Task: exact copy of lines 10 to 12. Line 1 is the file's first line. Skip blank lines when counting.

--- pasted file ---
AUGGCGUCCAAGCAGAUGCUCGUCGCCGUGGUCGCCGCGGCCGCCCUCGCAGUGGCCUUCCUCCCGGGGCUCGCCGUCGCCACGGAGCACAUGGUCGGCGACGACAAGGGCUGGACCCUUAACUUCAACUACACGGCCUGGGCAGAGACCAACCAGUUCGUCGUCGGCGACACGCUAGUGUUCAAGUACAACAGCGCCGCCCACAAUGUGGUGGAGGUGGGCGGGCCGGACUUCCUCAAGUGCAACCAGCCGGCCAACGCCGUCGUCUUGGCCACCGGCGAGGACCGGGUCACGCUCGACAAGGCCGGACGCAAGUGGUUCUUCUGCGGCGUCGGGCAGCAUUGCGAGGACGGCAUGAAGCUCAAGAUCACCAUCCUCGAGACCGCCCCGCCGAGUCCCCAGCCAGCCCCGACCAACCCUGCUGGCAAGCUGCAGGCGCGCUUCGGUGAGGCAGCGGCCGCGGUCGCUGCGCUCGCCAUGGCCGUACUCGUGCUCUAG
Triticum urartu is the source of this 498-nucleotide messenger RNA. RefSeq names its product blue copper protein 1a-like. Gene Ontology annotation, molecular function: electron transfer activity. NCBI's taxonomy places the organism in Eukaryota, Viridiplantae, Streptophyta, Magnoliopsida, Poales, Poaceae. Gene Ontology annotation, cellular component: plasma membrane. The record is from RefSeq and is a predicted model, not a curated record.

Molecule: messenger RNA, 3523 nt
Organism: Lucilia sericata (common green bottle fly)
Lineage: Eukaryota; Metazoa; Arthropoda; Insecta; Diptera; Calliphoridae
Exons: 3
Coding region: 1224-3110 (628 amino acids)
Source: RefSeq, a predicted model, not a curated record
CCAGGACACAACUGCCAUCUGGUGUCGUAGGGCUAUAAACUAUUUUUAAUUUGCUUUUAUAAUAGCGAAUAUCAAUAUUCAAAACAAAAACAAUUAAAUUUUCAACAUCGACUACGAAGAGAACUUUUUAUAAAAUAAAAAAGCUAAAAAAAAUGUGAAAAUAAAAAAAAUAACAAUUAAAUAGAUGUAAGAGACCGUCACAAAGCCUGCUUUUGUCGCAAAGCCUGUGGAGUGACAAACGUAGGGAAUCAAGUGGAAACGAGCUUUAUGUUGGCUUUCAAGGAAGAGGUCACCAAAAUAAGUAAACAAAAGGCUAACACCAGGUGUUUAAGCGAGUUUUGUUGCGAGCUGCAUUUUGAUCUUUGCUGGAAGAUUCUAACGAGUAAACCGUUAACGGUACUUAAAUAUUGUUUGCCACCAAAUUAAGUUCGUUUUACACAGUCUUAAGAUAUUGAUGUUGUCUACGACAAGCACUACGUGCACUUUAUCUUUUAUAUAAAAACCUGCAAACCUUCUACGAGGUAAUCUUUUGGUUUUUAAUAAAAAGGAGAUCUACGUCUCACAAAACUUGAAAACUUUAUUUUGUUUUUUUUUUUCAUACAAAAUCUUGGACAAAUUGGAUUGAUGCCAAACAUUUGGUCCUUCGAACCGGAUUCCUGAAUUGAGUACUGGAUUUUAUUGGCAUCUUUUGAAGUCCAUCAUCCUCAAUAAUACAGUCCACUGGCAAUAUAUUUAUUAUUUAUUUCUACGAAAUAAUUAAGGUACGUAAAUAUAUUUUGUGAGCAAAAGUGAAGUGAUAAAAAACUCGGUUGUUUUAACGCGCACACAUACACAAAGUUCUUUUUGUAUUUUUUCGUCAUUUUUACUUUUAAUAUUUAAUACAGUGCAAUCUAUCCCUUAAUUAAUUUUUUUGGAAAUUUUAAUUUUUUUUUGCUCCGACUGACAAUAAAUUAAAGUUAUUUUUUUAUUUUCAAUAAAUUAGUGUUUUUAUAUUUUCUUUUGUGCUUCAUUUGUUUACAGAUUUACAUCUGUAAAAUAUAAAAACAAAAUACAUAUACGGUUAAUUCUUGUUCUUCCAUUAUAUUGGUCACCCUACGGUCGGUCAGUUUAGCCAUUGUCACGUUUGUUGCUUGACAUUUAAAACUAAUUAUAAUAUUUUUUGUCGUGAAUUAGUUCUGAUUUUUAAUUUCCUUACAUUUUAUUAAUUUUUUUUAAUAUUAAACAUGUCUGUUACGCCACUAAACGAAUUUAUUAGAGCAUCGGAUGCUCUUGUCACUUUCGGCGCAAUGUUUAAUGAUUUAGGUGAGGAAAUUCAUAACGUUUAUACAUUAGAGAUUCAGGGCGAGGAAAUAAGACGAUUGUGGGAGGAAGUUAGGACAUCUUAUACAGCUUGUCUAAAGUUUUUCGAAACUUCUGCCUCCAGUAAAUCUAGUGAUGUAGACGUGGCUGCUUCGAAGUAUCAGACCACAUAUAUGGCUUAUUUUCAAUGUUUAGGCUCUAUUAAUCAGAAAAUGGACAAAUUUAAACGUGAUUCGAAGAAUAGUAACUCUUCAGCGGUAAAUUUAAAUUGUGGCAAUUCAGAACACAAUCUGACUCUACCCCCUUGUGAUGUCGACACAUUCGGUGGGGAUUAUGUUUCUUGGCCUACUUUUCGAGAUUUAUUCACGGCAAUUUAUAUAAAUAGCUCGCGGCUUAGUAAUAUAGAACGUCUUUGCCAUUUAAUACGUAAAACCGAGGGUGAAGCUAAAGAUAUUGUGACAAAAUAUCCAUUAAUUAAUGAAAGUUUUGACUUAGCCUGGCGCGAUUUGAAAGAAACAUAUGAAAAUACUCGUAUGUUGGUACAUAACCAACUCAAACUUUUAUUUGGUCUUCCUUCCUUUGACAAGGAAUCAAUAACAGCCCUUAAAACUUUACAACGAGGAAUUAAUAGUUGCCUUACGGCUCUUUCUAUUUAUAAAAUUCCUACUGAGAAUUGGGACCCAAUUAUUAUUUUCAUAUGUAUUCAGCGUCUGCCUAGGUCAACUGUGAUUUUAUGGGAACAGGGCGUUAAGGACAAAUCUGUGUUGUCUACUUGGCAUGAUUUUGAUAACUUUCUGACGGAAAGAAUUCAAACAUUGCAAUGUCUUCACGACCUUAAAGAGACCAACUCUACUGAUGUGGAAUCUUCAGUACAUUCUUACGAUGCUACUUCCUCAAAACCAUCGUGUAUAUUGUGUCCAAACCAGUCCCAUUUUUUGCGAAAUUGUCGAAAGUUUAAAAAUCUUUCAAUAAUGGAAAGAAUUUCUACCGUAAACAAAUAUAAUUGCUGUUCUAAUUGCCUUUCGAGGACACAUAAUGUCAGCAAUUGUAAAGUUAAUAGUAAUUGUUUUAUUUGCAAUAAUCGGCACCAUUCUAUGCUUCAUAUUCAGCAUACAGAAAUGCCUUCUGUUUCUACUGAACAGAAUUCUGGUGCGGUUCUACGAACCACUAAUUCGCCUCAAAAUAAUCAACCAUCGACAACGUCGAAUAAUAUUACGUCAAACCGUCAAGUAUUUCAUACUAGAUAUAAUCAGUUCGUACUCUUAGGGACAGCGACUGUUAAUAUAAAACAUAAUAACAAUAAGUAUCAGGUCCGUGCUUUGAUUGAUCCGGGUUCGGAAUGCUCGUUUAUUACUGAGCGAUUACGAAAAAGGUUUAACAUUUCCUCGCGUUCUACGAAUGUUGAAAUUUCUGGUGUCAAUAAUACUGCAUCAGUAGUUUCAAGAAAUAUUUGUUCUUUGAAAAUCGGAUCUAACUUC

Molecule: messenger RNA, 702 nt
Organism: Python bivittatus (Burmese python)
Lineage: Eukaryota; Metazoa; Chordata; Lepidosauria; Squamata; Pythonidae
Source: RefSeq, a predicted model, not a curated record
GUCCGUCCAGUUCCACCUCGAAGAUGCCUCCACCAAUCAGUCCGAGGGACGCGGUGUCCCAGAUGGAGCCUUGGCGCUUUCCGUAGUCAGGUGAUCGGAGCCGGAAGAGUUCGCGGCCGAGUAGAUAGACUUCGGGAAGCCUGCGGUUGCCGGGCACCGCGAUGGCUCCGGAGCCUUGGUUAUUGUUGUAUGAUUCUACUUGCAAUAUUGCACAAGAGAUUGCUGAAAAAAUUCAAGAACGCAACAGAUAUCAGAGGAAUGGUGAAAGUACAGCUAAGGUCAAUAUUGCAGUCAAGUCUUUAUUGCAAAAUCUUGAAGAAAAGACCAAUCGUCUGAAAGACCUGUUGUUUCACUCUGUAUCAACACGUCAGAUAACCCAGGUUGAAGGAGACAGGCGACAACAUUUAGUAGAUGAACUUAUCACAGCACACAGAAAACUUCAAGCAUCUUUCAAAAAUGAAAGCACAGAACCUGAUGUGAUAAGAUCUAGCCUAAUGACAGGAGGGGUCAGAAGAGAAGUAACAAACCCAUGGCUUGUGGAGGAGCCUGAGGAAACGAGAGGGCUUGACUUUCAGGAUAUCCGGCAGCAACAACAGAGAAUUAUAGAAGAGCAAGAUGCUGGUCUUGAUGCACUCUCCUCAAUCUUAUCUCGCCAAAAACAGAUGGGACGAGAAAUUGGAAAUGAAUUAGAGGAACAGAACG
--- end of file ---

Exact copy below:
Molecule: messenger RNA, 702 nt
Organism: Python bivittatus (Burmese python)
Lineage: Eukaryota; Metazoa; Chordata; Lepidosauria; Squamata; Pythonidae